October 26, 2014

Toddlers were way easier to deal with

We had a family council/come-to-Jesus meeting tonight. The kids have been making some pretty poor choices lately, so we all sat down and had a talk. Mostly, me and Troy did the talking, and the children did all the crying and complaining. We even made a list of behaviors and consequences, with the consequences getting more severe with each infraction. For example, you hit someone, that's 25 sit-ups. You do it again, it jumps to 100. Hit someone a third time, that's 300 sit-ups. We've obviously been having serious issues with keeping our hands to ourselves.  We even went into what would happen if they hit someone outside this house, which is a whole other issue I can't even begin to delve in to. (Seriously though, you wouldn't hit your friend, because then they wouldn't be your friend. What makes you think it's okay to hit your family? Answer: IT'S NOT.) Anyways, I explained that if you hit people at school, you get suspended or even expelled. And since they're getting older, they're reaching a magical age where if you were to hit someone, the police would be called. And then you would probably have to go to juvenile detention, which is JAIL.... FOR CHILDREN.

I also fully realize that some people will think I'm being harsh. My answer to that is get over it. I am their parent, and it is my job to help turn these short little people into reasonably well adjusted and even tempered adults. And if that means taking away choices, so be it.

Also: I *may* have opened a brand new bar of soap and given it a place of honor in the kitchen where everyone can see it. Because, you know, filthy little mouths need to get washed out every now and then. And yes, we went with BAR SOAP, because have you ever taken a bit out of a bar of soap? It's entirely unpleasant, and it gets into all the nooks and crannies of your teeth, and the tasted lingers. As does the reminder that you shouldn't use those words, especially when talking to your wonderfully loving parents who have so graciously provided you with food, clothing, shelter, and most recently, hand crafted Halloween costumes.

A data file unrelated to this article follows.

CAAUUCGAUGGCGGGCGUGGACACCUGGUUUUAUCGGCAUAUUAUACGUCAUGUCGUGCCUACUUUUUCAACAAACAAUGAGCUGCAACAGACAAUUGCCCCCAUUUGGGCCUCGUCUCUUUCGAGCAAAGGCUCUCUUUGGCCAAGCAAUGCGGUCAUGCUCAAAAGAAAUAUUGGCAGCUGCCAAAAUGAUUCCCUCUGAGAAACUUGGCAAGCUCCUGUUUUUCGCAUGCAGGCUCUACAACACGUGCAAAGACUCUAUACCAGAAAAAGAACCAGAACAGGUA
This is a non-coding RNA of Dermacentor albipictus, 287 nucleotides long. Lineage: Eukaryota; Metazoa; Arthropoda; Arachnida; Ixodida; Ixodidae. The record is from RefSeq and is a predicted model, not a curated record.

The Xbox power cord has also been removed for the forseeable future. This is a mighty blow to the two oldest children who fancy themselves famous YouTube-ers. Tablets have been turned in to Troy, and they may be checked out for 30 minutes per day, provided all of your responsibilities are done, including a mandatory forty five minutes of active play. (For Pete's sake, why do children not realize how fun it is to play hide and seek and see how many jumps they can get in a row?)

At any rate, the expectations have been laid out in black and white, and we will see how it goes tomorrow. I predict some heavy wailing and gnashing of teeth.